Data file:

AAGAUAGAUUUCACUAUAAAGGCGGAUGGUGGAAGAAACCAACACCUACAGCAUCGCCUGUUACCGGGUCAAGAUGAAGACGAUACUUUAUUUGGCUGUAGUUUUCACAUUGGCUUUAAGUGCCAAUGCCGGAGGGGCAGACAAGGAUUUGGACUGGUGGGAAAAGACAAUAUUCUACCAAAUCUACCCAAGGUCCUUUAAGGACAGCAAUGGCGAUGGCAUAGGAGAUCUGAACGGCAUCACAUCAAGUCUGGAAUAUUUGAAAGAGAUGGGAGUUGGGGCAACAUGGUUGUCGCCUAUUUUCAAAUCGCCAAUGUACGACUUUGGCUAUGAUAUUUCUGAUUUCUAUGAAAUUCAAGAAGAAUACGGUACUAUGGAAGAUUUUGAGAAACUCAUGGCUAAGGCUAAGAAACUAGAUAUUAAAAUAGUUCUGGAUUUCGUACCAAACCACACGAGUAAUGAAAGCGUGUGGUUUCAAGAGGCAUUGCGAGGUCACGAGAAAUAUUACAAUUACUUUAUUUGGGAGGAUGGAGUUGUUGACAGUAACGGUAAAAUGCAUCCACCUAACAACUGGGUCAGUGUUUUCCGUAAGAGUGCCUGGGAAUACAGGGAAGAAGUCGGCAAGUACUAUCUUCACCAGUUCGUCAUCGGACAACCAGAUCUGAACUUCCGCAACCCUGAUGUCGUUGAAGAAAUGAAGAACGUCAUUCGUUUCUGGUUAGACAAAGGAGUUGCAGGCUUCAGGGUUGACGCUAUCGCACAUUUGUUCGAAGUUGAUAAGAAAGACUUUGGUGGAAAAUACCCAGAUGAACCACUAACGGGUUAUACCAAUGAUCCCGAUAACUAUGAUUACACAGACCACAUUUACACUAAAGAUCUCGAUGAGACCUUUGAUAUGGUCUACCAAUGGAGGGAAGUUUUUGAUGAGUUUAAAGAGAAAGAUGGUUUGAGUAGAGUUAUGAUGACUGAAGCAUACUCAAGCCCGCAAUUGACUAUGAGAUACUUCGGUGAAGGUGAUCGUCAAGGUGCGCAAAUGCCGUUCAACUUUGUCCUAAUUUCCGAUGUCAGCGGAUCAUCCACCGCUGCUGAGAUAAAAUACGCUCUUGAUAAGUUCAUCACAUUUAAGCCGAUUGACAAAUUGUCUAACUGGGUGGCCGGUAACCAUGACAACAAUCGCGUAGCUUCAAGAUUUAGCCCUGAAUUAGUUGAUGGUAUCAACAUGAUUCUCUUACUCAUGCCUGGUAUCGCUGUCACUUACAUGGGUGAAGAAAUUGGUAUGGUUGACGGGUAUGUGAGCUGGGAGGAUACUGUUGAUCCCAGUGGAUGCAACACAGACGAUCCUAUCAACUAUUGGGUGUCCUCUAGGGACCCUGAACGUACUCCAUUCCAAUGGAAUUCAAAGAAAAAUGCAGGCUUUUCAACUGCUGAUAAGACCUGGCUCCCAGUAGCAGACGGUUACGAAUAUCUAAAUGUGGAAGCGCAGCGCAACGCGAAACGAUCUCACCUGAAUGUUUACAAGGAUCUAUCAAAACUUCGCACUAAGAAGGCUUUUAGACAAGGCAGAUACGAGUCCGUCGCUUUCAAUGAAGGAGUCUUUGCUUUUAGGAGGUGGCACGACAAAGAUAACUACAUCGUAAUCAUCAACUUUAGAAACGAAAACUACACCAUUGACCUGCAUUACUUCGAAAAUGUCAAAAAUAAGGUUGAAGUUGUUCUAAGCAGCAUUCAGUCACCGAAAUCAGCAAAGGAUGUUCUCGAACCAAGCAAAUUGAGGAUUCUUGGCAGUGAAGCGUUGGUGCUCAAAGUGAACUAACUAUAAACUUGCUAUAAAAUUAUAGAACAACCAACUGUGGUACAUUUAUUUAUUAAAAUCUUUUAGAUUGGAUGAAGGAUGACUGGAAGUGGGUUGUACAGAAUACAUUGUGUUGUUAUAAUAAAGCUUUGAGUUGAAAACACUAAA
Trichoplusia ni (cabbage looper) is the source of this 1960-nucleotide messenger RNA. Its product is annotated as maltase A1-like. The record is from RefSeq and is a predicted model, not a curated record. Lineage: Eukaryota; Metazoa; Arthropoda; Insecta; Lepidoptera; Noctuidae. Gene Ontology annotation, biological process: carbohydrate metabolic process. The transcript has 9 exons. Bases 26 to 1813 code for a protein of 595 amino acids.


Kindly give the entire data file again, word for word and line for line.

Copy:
AAGAUAGAUUUCACUAUAAAGGCGGAUGGUGGAAGAAACCAACACCUACAGCAUCGCCUGUUACCGGGUCAAGAUGAAGACGAUACUUUAUUUGGCUGUAGUUUUCACAUUGGCUUUAAGUGCCAAUGCCGGAGGGGCAGACAAGGAUUUGGACUGGUGGGAAAAGACAAUAUUCUACCAAAUCUACCCAAGGUCCUUUAAGGACAGCAAUGGCGAUGGCAUAGGAGAUCUGAACGGCAUCACAUCAAGUCUGGAAUAUUUGAAAGAGAUGGGAGUUGGGGCAACAUGGUUGUCGCCUAUUUUCAAAUCGCCAAUGUACGACUUUGGCUAUGAUAUUUCUGAUUUCUAUGAAAUUCAAGAAGAAUACGGUACUAUGGAAGAUUUUGAGAAACUCAUGGCUAAGGCUAAGAAACUAGAUAUUAAAAUAGUUCUGGAUUUCGUACCAAACCACACGAGUAAUGAAAGCGUGUGGUUUCAAGAGGCAUUGCGAGGUCACGAGAAAUAUUACAAUUACUUUAUUUGGGAGGAUGGAGUUGUUGACAGUAACGGUAAAAUGCAUCCACCUAACAACUGGGUCAGUGUUUUCCGUAAGAGUGCCUGGGAAUACAGGGAAGAAGUCGGCAAGUACUAUCUUCACCAGUUCGUCAUCGGACAACCAGAUCUGAACUUCCGCAACCCUGAUGUCGUUGAAGAAAUGAAGAACGUCAUUCGUUUCUGGUUAGACAAAGGAGUUGCAGGCUUCAGGGUUGACGCUAUCGCACAUUUGUUCGAAGUUGAUAAGAAAGACUUUGGUGGAAAAUACCCAGAUGAACCACUAACGGGUUAUACCAAUGAUCCCGAUAACUAUGAUUACACAGACCACAUUUACACUAAAGAUCUCGAUGAGACCUUUGAUAUGGUCUACCAAUGGAGGGAAGUUUUUGAUGAGUUUAAAGAGAAAGAUGGUUUGAGUAGAGUUAUGAUGACUGAAGCAUACUCAAGCCCGCAAUUGACUAUGAGAUACUUCGGUGAAGGUGAUCGUCAAGGUGCGCAAAUGCCGUUCAACUUUGUCCUAAUUUCCGAUGUCAGCGGAUCAUCCACCGCUGCUGAGAUAAAAUACGCUCUUGAUAAGUUCAUCACAUUUAAGCCGAUUGACAAAUUGUCUAACUGGGUGGCCGGUAACCAUGACAACAAUCGCGUAGCUUCAAGAUUUAGCCCUGAAUUAGUUGAUGGUAUCAACAUGAUUCUCUUACUCAUGCCUGGUAUCGCUGUCACUUACAUGGGUGAAGAAAUUGGUAUGGUUGACGGGUAUGUGAGCUGGGAGGAUACUGUUGAUCCCAGUGGAUGCAACACAGACGAUCCUAUCAACUAUUGGGUGUCCUCUAGGGACCCUGAACGUACUCCAUUCCAAUGGAAUUCAAAGAAAAAUGCAGGCUUUUCAACUGCUGAUAAGACCUGGCUCCCAGUAGCAGACGGUUACGAAUAUCUAAAUGUGGAAGCGCAGCGCAACGCGAAACGAUCUCACCUGAAUGUUUACAAGGAUCUAUCAAAACUUCGCACUAAGAAGGCUUUUAGACAAGGCAGAUACGAGUCCGUCGCUUUCAAUGAAGGAGUCUUUGCUUUUAGGAGGUGGCACGACAAAGAUAACUACAUCGUAAUCAUCAACUUUAGAAACGAAAACUACACCAUUGACCUGCAUUACUUCGAAAAUGUCAAAAAUAAGGUUGAAGUUGUUCUAAGCAGCAUUCAGUCACCGAAAUCAGCAAAGGAUGUUCUCGAACCAAGCAAAUUGAGGAUUCUUGGCAGUGAAGCGUUGGUGCUCAAAGUGAACUAACUAUAAACUUGCUAUAAAAUUAUAGAACAACCAACUGUGGUACAUUUAUUUAUUAAAAUCUUUUAGAUUGGAUGAAGGAUGACUGGAAGUGGGUUGUACAGAAUACAUUGUGUUGUUAUAAUAAAGCUUUGAGUUGAAAACACUAAA
Trichoplusia ni (cabbage looper) is the source of this 1960-nucleotide messenger RNA. Its product is annotated as maltase A1-like. The record is from RefSeq and is a predicted model, not a curated record. Lineage: Eukaryota; Metazoa; Arthropoda; Insecta; Lepidoptera; Noctuidae. Gene Ontology annotation, biological process: carbohydrate metabolic process. The transcript has 9 exons. Bases 26 to 1813 code for a protein of 595 amino acids.